Americans need to decide on a fair price for gasoline

Angolan Oil Minister Jose Maria Botelho de Vasconcelos, during a visit by U.S. Secretary of State Hillary Clinton, called the price of oil at $70 per barrel "not bad." Oil traded up 17 cents to $71.10 on Monday at mid-day. Which begs the question: What's a fair price for a gallon of gasoline? Currently, the U.S. average price for unleaded regular gasoline is $2.62 per gallon, according to data compiled by gasbuddy.com.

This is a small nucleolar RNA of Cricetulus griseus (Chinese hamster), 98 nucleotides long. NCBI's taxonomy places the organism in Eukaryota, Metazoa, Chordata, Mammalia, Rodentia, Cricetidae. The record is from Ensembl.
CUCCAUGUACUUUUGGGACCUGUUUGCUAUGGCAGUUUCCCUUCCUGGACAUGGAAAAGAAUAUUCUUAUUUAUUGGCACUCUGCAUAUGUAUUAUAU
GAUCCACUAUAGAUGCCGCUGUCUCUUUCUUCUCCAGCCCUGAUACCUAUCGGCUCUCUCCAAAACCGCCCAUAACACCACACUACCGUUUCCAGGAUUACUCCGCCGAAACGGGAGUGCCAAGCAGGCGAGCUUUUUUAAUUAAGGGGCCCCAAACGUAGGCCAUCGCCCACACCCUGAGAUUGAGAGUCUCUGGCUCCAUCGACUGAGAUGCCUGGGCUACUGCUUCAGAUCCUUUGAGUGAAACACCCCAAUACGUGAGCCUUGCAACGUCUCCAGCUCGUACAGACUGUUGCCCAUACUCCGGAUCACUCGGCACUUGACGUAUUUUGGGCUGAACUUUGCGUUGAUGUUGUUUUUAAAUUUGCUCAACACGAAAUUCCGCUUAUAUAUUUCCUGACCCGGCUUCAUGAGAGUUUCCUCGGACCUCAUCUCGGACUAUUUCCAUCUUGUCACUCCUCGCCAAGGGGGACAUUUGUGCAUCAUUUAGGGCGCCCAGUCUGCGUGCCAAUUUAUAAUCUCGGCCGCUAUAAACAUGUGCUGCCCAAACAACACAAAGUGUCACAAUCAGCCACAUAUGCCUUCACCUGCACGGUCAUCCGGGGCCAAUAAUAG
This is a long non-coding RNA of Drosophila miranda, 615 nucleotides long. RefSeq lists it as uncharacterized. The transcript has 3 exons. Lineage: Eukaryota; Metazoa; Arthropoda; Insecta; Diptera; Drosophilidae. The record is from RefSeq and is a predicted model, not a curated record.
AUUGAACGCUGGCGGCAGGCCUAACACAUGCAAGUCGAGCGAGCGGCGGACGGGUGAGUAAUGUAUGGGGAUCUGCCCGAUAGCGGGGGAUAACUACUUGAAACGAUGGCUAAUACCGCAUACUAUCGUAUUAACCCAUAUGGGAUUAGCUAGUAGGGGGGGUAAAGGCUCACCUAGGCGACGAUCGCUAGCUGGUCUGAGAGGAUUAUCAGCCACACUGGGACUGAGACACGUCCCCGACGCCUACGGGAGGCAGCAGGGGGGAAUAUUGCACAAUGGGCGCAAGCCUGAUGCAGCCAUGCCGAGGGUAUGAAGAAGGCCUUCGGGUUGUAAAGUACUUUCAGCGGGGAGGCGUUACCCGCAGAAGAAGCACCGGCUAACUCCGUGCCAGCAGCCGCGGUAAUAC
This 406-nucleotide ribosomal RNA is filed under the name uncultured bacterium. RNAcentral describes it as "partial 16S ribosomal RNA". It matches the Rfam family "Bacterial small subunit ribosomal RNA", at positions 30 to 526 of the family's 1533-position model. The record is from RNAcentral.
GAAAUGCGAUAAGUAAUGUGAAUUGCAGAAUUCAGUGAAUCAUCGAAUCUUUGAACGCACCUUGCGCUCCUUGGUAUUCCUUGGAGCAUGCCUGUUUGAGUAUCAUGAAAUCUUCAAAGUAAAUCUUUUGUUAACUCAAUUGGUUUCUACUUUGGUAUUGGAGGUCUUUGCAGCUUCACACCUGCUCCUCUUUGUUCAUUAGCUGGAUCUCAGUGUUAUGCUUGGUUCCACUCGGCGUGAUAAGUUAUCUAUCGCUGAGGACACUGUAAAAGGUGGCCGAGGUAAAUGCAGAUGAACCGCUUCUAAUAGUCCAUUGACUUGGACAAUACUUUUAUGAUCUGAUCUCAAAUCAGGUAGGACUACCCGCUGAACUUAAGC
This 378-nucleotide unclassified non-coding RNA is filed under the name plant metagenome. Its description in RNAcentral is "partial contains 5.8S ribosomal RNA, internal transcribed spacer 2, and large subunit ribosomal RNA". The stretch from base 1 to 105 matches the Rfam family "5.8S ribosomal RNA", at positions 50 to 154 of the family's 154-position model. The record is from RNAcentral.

It's hardly an inconsequential question for the United States. Absent a breakthrough energy technology, most Americans will continue to use gasoline to propel their vehicles for at least the next 10 years and probably for longer. Increased fuel efficiency, conservation and likely changed living/commuting patterns all hold the promise of decreasing per capita gasoline consumption in the United States, but the undeniable reality remains: For at least the next decade, American citizens will largely remain dependent on gasoline, with the nation's economy vulnerable to future oil shocks.